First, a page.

Portland Tribune – Legislative Session Focuses on Police Conduct, Pandemic After-Effects
Activists in Seattle’s Central District are calling on the City to keep its promises to the Black community and to work more proactively to increase rates of Black land ownership in the City. In a speech earlier this month, K. Wyking Garrett, president and CEO of the Africatown Community Land Trust argued that the City has a responsibility to fulfill its promise to turn Fire Station 6 into the William Grose Center for Enterprise and Cultural Innovation. Although the City committed to this plan in 2016, since then, the station has sat vacant – it is primarily used as a place to park law enforcement vehicles. Spurred by sustained activism in the aftermath of the murder of George Floyd in Minneapolis, the City of Seattle announced on June 12th that it would transfer the fire station to the Africatown Community Land Trust. Garrett and a group of like-minded activists from the community have also established a campaign called “King County Equity Now.” They are calling for the county to hand over several vacant lots as well as a nursing home to the Black community. They are also advocating for a $500 million anti-gentrification land acquisition fund to increase wealth and opportunity for Seattle’s Black residents. Since it was established in 2016, the Africatown Land Trust has found that to fund projects, it has had to partner with white-led nonprofits and development companies. The Trust hopes to move away from these partnerships to better promote Black land ownership in the City.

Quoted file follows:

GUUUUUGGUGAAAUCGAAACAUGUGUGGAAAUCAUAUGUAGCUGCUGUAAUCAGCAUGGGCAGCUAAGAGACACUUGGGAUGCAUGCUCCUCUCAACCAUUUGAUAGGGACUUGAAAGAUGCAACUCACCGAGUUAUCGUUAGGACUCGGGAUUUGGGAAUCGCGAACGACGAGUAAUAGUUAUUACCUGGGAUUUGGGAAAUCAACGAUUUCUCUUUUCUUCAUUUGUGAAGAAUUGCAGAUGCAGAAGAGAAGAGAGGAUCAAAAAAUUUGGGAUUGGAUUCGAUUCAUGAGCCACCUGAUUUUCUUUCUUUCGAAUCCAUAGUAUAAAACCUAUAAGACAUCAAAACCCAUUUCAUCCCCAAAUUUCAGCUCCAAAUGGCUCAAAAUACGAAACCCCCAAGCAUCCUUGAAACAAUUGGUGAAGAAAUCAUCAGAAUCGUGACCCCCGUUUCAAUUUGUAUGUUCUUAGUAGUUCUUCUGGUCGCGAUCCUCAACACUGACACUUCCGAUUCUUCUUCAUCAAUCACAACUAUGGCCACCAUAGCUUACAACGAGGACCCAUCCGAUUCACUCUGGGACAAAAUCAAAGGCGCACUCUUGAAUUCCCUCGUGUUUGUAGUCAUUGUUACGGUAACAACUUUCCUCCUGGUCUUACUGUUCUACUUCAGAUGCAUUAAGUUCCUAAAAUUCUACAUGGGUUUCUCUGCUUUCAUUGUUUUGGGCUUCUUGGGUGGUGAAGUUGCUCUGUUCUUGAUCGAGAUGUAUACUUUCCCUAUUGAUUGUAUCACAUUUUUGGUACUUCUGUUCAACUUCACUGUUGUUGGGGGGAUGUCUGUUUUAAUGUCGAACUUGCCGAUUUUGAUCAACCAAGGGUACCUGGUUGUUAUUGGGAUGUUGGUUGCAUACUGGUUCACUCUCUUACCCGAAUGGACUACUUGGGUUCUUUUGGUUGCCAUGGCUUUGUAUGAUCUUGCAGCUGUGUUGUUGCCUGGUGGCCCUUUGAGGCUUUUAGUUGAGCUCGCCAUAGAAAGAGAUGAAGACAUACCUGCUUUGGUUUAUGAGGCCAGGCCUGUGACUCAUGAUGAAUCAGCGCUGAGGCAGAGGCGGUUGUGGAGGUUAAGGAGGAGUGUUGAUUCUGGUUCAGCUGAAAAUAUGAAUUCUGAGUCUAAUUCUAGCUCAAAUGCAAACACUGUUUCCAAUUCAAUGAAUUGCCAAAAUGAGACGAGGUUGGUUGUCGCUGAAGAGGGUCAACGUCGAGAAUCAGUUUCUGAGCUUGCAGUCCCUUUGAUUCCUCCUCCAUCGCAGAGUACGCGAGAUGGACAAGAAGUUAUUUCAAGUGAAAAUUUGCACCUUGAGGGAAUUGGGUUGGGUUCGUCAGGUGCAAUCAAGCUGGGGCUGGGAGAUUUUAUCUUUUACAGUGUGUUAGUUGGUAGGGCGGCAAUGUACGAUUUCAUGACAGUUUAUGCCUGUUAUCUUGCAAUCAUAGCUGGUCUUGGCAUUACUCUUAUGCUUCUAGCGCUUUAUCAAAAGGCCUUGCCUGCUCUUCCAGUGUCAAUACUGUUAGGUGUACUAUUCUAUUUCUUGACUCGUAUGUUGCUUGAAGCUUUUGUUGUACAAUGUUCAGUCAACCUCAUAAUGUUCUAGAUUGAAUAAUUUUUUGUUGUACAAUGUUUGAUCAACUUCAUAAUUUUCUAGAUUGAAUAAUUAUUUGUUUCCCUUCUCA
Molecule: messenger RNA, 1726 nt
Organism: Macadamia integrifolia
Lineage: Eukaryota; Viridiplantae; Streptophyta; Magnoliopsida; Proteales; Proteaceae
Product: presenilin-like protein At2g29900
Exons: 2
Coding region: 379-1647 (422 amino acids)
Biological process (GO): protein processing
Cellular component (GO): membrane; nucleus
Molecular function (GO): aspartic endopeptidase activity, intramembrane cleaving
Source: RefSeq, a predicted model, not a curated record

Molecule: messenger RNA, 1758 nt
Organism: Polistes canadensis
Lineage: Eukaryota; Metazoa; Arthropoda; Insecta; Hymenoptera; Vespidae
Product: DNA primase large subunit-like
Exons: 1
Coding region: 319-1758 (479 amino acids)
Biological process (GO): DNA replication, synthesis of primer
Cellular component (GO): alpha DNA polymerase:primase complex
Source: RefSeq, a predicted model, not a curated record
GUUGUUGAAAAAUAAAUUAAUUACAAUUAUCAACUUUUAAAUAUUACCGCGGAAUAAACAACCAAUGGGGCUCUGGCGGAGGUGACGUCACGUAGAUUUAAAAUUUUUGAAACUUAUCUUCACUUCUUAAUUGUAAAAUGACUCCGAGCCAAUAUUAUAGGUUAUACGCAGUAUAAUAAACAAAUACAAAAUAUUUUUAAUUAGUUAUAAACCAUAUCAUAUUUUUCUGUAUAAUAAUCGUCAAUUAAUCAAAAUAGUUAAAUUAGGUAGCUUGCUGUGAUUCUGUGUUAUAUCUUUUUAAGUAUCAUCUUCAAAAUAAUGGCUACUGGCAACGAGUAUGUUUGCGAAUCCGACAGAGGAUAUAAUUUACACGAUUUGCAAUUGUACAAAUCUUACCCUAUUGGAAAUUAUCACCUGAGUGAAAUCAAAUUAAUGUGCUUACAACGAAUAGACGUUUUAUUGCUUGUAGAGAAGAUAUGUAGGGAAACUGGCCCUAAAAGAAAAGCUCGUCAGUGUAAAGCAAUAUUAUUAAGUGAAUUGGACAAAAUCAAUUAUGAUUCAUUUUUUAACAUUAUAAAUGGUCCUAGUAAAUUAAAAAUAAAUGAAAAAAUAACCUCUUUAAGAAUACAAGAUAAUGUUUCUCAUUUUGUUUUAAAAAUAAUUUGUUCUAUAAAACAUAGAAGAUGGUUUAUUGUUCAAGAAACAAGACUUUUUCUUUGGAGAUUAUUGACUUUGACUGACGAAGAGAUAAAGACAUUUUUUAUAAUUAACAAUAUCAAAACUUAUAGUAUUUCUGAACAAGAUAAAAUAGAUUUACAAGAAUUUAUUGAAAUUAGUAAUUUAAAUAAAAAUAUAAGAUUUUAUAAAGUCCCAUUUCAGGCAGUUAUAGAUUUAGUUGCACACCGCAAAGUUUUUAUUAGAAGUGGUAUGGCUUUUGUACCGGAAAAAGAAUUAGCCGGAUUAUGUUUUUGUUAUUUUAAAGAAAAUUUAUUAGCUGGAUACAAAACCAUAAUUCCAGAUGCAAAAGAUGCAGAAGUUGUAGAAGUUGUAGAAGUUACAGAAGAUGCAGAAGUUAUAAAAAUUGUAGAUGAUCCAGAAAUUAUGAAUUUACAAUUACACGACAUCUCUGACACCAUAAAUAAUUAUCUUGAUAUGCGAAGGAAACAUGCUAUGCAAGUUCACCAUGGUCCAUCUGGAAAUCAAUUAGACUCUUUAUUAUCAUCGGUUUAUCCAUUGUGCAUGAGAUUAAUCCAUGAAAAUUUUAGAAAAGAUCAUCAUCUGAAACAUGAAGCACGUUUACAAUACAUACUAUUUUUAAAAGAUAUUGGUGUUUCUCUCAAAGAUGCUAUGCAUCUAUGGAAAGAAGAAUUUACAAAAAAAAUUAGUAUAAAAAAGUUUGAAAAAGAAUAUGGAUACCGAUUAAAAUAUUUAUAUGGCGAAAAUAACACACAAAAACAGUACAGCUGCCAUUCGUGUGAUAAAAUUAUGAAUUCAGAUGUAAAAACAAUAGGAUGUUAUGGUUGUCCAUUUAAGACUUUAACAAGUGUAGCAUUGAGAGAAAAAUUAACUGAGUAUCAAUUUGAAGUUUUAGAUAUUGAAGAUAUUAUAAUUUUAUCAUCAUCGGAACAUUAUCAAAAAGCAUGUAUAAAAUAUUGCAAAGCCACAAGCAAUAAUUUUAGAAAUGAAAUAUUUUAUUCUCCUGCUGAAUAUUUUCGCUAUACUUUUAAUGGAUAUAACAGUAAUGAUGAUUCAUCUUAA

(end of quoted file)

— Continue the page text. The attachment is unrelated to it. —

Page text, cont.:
CityLab – In Seattle, Protests over Racial Equity Turn to Land Ownership
Earlier this month, Oregon Governor Kate Brown announced that Multnomah, Clackamas, and Washington Counties would be considered a single region by the state as it determines when they can move into the next phases of reopening. This would delay the move to Phase 2 for both Clackamas and Washington Counties, which moved into Phase 1 before Multnomah County. These counties are now pushing back against the Governor’s announcement, arguing that they should not have to wait for Multnomah County to move into the next phases of reopening. Clackamas County is now eligible to move into Phase 2, having entered Phase 1 over 3 weeks ago. After the Governor’s announcement, the Clackamas County Commission voted 3-to-2 to submit the county’s Phase 2 application. Board Chair Jim Bernard was one of the two “no” votes. He points to the recent spike in cases in Union County as an example of why they need to slow down reopening plans. Washington County has also voted to move forward with the reopening, and 13 business organizations located in the two counties have sent a letter to the Governor opposing her plan to treat the Metro area as a single entity.